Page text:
Watch: Brokenshire says Stormont deal 'remains achievable' this week
Sinn Fein accuses him of 'pandering' to DUP
Secretary of State James Brokenshire has said that a deal between the DUP and Sinn Fein may be done as early as this week.
Speaking in the House of Commons, Brokenshire acknowledged that he was "under a duty to set a new date for a new election", but gave politicians more time to clinch a deal.
The legal deadline for the restoration of the power-sharing institutions passed last Thursday without a deal.
Mr Brokenshire warned he will legislate to give civil servants in Northern Ireland greater authority to spend money in the absence of a devolved government.
He told MPs: "This hiatus cannot continue for much longer.
"There is no doubt that the best outcome is for a new Executive to take those strategic decisions in the interest of all."
He added: "If no agreement is reached, legislation in Westminster may then be required to give authority for the expenditure of Northern Ireland departments through an appropriations bill.
"We have not quite reached that point.
"That point is coming and the lack of a formal budget is not something that can be sustained indefinitely."
I continue to believe that a deal remains achievable. And if agreement is reached, I will bring forward legislation to enable an Executive to be formed possibly as early as this week. But time is short. James Brokenshire
Mr Brokenshire also made a commitment to bring forward transparency legislation that mean that will require donations made to political parties in Northern Ireland to be published.
This legislation would be enacted from July 2017 and parties would not be required to publish backdated reports.
"One area on which there is much consensus, however, is on the need for greater transparency around political donations," he said in his speech.
"In line with the commitment set out in the Conservative Party’s Northern Ireland manifesto at the General Election I can confirm that I intend to bring forward legislation that will provide for the publication of all donations and loans received by Northern Ireland parties on or after 1 July 2017."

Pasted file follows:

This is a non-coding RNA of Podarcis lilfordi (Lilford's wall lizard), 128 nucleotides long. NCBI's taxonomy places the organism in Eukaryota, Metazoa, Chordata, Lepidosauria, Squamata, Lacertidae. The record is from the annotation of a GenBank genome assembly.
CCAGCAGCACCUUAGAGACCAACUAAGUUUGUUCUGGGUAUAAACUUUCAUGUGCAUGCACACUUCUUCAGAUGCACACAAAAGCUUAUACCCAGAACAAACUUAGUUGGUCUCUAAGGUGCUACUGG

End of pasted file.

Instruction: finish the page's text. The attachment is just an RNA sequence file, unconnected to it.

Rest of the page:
Politicians from across the political divide have said that an eleventh hour agreement between Sinn Fein and the DUP is now highly unlikely.
Statements have been made in the past few hours by representatives from both parties.
Sinn Fein's Conor Murphy has said that there is no chance of a deal in the short term, while the DUP's Arele Foster has said Sinn Fein has a "shopping list that seems to get longer".
Unionist sources believe Secretary of State James Brokenshire will suspend the talks for the rest of the month to allow politicians to take their holidays and for the Twelfth of July celebrations to pass.
In the Commons, DUP MP Ian Paisley said he was committed to devolution, adding: "But at some point there's got to be a realisation that the path could possibly be dead, that it has deceased of life, it is no more.
"If that is the case about devolution, can he put a time frame, can the Secretary of State put a time frame, on the life expectancy that is ultimately left in this dead bird - will appropriations be moved before the summer recess?"
In reply, Mr Brokenshire said the head of the civil service in Northern Ireland had indicated that "we are not at that point yet".
He added: "I think that we are still a little way away from that, but nonetheless I think there are urgent issues that do need to be addressed in terms of the financial position in Northern Ireland, why I made the points I did in my statement around the potential need for further assurance to be granted.